Now then, because as the quality of the sorrow is, accordingly it would be considered--for if it be but a common sorrow the less will serve, but if it be some special, some heavy case, the more would be allowed it; for proportionally with the suffering, the consideration is to arise; to raise our consideration to the full, and to elevate it to the highest point, there is upon His sorrow set a si fuerit sicut, a note of highest eminency; for si fuerit sicut, are words that have life in them, and are able to quicken our consideration, if it be not quite dead; for them we are provoked, as it were, to 'consider,' and considering to whether ever any sicut may be found to set by it, whether ever any like it.

For if never any, our nature is to regard things exceeding rare and strange; and such as the like whereof is not else to be seen. Upon this point then, there is a case made, as if He should say, 'if ever the like, regard not this;' but if never any, be like yourselves in other things, and vouchsafe this, if not your chiefest, yet some regard.

To enter this comparison, and to shew it for such. That are we to do, three sundry ways; for three sundry ways, in three sundry words, are these sufferings of His here expressed, all three within the compass of the verse.

The first is gwabm_ Mac-ob, which we read 'sorrow,' taken from a wound or stripe, as all do agree.

The second is llw Gholel; we read 'Done to me,' taken from a word that signifieth melting in a furnace, as St. Hierome noteth out of the Chaldee, who so translateth it.

The third is jw'wj Hoga, where we read afflicted, from a word which importeth renting off, or bereaving. The old Latin turneth it Vindemiavit me, as a vine whose fruit is all plucked off, and is left naked and bare.

In these three are comprised His sufferings--wounded, melted and bereft leaf and fruit, that is, all manner of comfort.

Of all that is penal, or can be suffered, the common division is, sensus et damni, grief for that we feel, or for that we forego. For that we feel in the two former, wounded in body, melted in soul; for that we forego in the last, bereft all left neither fruit nor so much as a leaf to hang on him.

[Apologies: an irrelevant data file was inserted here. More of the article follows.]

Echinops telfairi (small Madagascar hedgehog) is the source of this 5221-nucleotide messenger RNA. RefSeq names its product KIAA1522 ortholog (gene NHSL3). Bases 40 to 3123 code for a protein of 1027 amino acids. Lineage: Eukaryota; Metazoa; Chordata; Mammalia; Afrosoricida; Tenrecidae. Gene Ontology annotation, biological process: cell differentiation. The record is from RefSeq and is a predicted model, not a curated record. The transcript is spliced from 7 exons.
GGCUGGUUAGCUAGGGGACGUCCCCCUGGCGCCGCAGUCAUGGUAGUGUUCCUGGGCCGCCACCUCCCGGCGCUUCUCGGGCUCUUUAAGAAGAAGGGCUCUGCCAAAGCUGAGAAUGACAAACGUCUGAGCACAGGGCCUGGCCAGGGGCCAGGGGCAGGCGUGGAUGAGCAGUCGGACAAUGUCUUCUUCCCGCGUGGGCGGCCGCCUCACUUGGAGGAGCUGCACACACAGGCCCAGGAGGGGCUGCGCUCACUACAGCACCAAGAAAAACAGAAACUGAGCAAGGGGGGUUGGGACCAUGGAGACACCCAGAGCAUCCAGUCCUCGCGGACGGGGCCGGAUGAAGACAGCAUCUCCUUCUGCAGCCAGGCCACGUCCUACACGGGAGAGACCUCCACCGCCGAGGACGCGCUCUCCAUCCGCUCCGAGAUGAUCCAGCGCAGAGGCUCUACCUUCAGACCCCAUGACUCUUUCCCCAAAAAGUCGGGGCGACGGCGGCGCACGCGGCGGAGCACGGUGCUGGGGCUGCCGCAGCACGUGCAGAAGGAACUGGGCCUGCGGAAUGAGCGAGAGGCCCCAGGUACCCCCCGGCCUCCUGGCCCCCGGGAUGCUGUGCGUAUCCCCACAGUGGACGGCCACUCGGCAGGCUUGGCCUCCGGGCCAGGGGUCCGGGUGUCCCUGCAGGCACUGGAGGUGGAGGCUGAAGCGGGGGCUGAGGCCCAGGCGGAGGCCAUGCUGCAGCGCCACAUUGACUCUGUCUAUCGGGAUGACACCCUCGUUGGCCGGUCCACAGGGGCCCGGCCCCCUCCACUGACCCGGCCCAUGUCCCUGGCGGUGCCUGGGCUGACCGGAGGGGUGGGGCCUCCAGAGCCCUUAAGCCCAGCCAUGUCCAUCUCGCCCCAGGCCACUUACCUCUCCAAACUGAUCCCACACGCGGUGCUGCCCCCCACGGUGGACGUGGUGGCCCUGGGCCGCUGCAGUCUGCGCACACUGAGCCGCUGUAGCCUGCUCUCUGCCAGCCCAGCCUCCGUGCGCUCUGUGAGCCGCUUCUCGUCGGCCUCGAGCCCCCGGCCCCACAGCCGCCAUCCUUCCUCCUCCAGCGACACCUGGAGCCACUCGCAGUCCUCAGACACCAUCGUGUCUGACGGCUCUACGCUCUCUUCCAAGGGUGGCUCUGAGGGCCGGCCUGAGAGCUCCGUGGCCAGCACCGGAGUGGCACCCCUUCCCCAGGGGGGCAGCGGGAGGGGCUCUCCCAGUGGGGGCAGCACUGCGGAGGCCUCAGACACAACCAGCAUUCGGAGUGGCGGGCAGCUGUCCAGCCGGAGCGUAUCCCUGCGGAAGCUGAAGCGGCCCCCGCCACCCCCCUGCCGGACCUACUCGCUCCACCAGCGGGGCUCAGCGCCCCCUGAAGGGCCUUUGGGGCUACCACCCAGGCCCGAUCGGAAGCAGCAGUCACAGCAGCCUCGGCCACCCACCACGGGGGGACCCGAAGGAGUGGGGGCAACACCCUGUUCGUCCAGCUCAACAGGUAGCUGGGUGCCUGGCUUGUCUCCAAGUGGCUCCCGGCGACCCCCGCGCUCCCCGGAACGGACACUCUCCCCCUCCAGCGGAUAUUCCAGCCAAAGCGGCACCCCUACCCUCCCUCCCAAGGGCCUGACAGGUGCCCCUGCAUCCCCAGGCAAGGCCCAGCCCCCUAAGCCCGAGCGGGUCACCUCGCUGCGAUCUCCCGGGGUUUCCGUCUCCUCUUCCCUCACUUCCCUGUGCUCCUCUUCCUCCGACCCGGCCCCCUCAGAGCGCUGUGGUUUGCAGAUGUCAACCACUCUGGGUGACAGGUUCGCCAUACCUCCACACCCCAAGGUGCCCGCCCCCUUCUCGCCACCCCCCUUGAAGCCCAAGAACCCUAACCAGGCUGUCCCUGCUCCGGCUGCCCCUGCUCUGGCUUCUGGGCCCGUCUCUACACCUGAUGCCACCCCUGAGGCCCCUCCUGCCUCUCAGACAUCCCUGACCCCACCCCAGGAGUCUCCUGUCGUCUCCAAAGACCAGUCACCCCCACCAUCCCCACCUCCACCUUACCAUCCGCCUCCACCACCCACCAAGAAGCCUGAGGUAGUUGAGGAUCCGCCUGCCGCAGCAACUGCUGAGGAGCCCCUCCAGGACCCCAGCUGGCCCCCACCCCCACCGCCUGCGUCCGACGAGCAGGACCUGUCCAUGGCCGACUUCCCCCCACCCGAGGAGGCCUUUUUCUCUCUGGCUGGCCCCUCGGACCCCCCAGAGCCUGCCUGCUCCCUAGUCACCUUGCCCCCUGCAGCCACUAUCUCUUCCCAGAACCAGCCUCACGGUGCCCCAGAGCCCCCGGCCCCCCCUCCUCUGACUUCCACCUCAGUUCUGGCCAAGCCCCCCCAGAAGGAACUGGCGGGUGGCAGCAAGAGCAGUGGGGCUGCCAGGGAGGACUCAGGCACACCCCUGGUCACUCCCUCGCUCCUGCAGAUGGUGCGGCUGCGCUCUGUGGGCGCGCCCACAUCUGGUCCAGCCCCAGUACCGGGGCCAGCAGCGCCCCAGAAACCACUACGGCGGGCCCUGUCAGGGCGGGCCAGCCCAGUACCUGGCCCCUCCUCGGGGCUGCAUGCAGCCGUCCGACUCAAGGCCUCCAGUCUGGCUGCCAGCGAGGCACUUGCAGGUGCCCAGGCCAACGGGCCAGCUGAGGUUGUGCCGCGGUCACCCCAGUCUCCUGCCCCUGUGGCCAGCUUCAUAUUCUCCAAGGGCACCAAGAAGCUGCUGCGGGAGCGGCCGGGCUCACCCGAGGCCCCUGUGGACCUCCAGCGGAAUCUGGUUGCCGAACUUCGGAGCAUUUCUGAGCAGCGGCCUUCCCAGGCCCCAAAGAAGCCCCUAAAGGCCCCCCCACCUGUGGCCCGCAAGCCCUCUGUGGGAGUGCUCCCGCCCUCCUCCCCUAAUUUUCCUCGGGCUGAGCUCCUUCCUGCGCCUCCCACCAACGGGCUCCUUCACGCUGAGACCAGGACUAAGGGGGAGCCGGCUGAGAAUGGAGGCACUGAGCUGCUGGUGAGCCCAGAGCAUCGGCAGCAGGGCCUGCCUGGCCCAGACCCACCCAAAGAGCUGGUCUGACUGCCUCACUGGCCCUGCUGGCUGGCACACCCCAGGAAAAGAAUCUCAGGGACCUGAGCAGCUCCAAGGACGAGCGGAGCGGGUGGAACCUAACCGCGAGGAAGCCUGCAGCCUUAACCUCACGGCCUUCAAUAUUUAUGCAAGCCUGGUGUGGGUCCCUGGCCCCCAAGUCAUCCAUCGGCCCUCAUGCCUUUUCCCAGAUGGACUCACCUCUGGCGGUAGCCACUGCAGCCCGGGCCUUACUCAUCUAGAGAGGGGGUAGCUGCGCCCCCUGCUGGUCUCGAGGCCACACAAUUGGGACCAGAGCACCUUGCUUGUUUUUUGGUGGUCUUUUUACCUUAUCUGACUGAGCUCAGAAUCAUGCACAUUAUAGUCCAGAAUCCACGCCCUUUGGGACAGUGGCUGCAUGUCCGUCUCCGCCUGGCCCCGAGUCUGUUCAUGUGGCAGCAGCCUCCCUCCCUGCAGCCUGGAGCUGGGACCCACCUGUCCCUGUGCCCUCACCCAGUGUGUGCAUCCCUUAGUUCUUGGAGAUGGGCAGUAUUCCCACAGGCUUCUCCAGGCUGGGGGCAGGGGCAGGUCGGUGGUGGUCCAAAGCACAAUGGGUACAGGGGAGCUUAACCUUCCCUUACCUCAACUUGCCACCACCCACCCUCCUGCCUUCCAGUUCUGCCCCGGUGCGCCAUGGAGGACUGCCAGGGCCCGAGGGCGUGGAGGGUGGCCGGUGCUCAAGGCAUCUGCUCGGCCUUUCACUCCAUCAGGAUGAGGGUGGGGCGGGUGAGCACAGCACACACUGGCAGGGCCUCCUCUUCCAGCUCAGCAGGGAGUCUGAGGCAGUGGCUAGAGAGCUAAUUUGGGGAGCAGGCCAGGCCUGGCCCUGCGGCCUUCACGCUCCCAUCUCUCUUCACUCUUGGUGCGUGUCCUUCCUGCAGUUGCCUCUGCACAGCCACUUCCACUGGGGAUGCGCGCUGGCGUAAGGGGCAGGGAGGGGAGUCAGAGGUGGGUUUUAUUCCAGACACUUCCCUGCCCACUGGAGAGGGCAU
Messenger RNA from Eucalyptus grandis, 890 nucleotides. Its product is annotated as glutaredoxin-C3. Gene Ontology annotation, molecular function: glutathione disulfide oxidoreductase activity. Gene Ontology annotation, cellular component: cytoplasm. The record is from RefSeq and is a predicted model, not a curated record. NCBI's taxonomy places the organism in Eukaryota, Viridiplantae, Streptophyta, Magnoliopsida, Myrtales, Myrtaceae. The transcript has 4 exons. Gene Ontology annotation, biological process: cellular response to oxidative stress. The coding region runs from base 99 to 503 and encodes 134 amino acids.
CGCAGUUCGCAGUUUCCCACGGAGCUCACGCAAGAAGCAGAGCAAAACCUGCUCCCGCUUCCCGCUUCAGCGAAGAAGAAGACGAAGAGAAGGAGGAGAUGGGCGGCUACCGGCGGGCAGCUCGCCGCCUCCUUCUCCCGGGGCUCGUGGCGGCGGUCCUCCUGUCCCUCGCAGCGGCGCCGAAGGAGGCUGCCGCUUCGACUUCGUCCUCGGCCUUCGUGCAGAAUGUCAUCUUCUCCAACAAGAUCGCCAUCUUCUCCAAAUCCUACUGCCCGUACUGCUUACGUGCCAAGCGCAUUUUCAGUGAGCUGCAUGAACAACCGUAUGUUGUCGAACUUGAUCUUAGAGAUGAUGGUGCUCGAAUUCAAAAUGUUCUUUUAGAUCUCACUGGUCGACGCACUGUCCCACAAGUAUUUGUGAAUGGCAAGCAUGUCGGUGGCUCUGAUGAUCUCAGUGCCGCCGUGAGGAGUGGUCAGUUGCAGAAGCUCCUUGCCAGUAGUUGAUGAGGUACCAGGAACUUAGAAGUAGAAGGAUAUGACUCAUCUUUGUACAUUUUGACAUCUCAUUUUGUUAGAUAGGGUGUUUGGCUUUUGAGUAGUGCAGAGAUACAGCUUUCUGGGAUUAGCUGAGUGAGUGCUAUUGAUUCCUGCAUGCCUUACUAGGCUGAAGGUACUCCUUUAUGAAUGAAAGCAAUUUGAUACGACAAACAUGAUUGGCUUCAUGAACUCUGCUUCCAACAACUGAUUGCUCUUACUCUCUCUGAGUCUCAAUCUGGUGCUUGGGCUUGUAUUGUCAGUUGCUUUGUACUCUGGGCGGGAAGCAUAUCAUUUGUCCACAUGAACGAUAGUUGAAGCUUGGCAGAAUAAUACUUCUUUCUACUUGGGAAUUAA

According to these three, to consider His sufferings, and to begin first with the first. The pains of His body, his wounds and His stripes.

Our very eye will soon tell us no place was left in His body, where He might be smitten and was not. His skin and flesh rent with the whips and scourges, His hands and feet wounded with the nails, His head with the thorns, His very heart with spear-point; all His senses, all His parts laden with whatsoever wit or malice could invent. His blessed body given as an anvil to beaten upon with the violent hands of those barbarous miscreants, till they brought Him into this case of si fuerit sicut. For Pilate's Ecce Homo! his shewing Him with an Ecce, as if He should say, Behold, look if ever you saw the like rueful spectacle; this very shewing of his shewth plainly, He was then come into woeful plight, so woeful as Pilate very believed His very sight so pitiful, as it would have moved the hardest heart of all to have relented and said, This is enough, we desire no more. And this for the wounds of his body, for on this we stand not.

In this one peradventure some sicut may be found, in the pains of the body; but in the second, the sorrow of the soul, I am sure, none. And indeed, the pain of the body is but the body of pain; the very soul of sorrow and pain is the soul's sorrow and pain. Give me any grief, save the grief of the mind, saith the Wise Man; for saith Solomon, 'The spirit of a man will sustain all his other infirmities, but a wounded spirit, who can bear?' And of this, this of His soul, I dare make a case, Si fuerit sicut.

'He began to be troubled in soul,' saith St. John; 'to be in agony,' saith St. Luke; 'to be in anguish of mind and deep distress,' saith St. Mark. To have His soul round about on every side environed with sorrow, and that sorrow to the death. Here is trouble, anguish, agony, sorrow, and deadly sorrow; but it must be such, as never the like, so it was too.

The estimate whereof we may take from the second word of melting, that is, from His sweat in the garden; strange, and the like whereof was never heard or seen.